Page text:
|Phoenix undergoing expensive upgrades|
Julie Loney has camped out at Phoenix International Raceway during NASCAR races for 16 years.
Year after year, the Goodyear resident and her husband have lined up with their camper to get a spot in the unreserved section of the campground, which operates on a first-come, first-served basis.
There, they meet up with friends from the area and from California and Utah, form a rectangle of RVs, and set up for the whole race week.
"It’s awesome. I have never been anywhere where there’s so many good people," said Loney, 60.
At each of the two NASCAR races held at the Avondale track each year, thousands of recreational vehicles form an RV city of some 25,000 racing enthusiasts for about a week.
Unlike other live sports-watching experiences, Loney said NASCAR allows families to attend, have fun, and — more importantly — afford it.
But starting in November, PIR is phasing out unreserved camping — which was a more affordable option — and making all campsites reserved sections, according to Scott Rovn, vice president of sales and communications at PIR.
Prices for reserved camping spots start at $175 for this fall's race. This past spring, Loney paid $75 for her unreserved camping spot.
"We all love NASCAR. But they have priced us out," Loney said. "Some of us take our kids and grandkids and have a fantastic race week. Now we'll have a fantastic time camping and watching the race on TV."
NASCAR track losing traditions?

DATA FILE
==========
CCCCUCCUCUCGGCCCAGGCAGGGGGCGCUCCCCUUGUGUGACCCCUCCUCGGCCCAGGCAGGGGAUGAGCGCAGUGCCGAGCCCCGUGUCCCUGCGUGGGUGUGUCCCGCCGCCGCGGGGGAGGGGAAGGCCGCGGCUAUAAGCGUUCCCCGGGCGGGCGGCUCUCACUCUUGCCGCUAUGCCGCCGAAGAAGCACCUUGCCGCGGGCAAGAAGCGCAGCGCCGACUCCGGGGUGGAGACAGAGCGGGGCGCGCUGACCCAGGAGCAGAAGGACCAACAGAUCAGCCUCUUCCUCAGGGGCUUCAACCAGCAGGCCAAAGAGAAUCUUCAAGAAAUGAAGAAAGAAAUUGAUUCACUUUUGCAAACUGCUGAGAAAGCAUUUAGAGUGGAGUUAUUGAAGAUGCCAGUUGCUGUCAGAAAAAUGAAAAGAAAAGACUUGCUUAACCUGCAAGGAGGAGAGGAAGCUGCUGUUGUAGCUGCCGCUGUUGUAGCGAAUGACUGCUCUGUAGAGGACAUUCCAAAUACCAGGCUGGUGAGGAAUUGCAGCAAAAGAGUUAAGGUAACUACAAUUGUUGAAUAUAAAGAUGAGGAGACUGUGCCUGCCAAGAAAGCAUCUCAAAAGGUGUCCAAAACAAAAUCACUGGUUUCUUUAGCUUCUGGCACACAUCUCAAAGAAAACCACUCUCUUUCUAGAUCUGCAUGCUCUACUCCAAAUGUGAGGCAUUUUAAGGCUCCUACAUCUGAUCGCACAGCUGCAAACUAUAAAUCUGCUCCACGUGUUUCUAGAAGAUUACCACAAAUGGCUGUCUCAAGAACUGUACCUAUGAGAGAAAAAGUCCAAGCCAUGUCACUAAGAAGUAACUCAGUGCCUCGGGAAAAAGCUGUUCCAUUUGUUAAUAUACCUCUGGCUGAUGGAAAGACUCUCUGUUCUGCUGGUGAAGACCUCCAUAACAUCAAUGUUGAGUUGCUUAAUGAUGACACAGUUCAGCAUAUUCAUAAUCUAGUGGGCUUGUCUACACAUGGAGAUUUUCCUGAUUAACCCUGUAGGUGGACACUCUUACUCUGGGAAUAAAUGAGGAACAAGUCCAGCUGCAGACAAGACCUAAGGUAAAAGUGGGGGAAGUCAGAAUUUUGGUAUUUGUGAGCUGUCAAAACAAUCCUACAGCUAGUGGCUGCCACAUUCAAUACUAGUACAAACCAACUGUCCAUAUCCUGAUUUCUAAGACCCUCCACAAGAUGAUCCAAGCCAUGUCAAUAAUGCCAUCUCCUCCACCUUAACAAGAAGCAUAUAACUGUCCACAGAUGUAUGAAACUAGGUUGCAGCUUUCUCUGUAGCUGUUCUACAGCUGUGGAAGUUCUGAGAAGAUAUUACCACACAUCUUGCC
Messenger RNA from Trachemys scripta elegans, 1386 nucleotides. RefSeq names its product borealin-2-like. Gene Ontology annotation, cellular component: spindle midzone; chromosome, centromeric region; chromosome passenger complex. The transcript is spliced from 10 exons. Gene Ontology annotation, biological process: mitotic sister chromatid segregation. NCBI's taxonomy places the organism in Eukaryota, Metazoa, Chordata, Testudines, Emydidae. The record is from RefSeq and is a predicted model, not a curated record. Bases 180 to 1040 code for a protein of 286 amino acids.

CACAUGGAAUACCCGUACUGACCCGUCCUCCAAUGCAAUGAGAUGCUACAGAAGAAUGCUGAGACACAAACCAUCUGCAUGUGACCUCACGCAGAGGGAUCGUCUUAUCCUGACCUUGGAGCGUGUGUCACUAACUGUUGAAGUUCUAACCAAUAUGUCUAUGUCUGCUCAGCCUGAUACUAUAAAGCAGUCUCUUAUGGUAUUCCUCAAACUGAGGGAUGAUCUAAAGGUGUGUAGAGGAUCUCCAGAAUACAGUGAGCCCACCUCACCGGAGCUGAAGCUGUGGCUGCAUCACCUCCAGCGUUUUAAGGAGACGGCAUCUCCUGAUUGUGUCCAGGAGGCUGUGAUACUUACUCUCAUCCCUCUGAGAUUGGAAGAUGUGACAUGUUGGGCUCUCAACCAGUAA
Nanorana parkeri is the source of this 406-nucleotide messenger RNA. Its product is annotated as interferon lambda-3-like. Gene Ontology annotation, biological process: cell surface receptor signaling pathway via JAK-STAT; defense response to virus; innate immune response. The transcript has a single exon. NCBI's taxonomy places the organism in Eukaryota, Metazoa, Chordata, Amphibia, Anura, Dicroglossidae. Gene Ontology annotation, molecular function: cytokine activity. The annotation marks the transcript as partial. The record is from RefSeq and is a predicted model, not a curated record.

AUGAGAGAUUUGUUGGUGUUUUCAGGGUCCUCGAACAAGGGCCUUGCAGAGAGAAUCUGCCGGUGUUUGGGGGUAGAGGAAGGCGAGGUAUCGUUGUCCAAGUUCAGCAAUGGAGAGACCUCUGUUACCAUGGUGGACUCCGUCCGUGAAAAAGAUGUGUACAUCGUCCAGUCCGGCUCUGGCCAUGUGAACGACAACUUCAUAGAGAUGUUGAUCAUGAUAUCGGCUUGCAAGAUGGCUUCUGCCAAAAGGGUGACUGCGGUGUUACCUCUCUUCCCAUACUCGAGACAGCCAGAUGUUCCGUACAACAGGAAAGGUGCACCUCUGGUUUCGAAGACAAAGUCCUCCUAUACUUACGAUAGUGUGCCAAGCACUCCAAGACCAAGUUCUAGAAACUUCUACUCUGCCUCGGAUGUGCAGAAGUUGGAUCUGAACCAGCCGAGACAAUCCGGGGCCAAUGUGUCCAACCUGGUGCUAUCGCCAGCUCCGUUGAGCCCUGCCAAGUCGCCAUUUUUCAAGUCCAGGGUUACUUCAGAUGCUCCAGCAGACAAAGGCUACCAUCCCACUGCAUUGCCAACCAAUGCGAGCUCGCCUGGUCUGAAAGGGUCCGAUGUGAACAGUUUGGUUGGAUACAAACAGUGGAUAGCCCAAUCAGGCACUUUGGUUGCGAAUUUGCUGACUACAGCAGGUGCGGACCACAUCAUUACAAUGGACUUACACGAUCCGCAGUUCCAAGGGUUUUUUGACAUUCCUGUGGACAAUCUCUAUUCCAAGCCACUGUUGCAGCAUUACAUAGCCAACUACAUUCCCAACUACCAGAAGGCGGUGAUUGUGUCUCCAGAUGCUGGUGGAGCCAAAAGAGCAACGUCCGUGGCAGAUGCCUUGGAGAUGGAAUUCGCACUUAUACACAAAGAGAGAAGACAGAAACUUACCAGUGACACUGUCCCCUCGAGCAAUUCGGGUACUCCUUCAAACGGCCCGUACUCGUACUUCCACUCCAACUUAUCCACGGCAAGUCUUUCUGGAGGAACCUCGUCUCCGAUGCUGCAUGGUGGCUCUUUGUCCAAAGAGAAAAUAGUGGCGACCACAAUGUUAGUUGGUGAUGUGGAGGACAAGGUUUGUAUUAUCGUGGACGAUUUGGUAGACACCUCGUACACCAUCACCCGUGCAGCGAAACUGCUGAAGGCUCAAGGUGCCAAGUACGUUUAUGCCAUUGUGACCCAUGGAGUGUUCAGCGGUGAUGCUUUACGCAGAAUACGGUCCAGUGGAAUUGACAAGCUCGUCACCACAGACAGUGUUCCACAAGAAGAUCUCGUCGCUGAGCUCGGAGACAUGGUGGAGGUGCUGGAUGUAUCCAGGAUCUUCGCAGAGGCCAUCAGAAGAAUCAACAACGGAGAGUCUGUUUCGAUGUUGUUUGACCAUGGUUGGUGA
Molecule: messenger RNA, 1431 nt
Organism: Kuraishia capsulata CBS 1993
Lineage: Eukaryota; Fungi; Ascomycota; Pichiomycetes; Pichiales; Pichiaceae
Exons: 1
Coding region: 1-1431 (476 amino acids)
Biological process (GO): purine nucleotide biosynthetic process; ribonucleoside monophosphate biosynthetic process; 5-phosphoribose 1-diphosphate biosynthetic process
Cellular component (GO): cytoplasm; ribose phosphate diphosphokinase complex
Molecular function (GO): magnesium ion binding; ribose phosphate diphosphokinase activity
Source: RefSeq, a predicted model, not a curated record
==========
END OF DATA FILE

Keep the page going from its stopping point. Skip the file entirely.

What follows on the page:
PIR is undergoing a $178 million face-lift expected to modernize the Avondale sports venue and completely reimagine fan experiences.
The plans include new and upgraded grandstands, an infield where fans can get up close to the racers, their cars and teams, better seats and suites, redesigned entrances and new parking lots.
Loney and other longtime PIR patrons interviewed by The Arizona Republic worry the renovations will do away with tradition.
Rovn said the changes are to deliver "the best motor race experience that a fan can ask for."
Rovn said unreserved camping was phased out because of the "really high demand" for reserved camping.
"Fans responded to the quality experience that comes with knowing that they have a spot, working with their friends, knowing who’s going to go where and creating that whole experience. That's what our fans seem to want," he said.
So far, the roughly 5,000 reserved spots for the November race are almost sold out, he said. AZcentral.com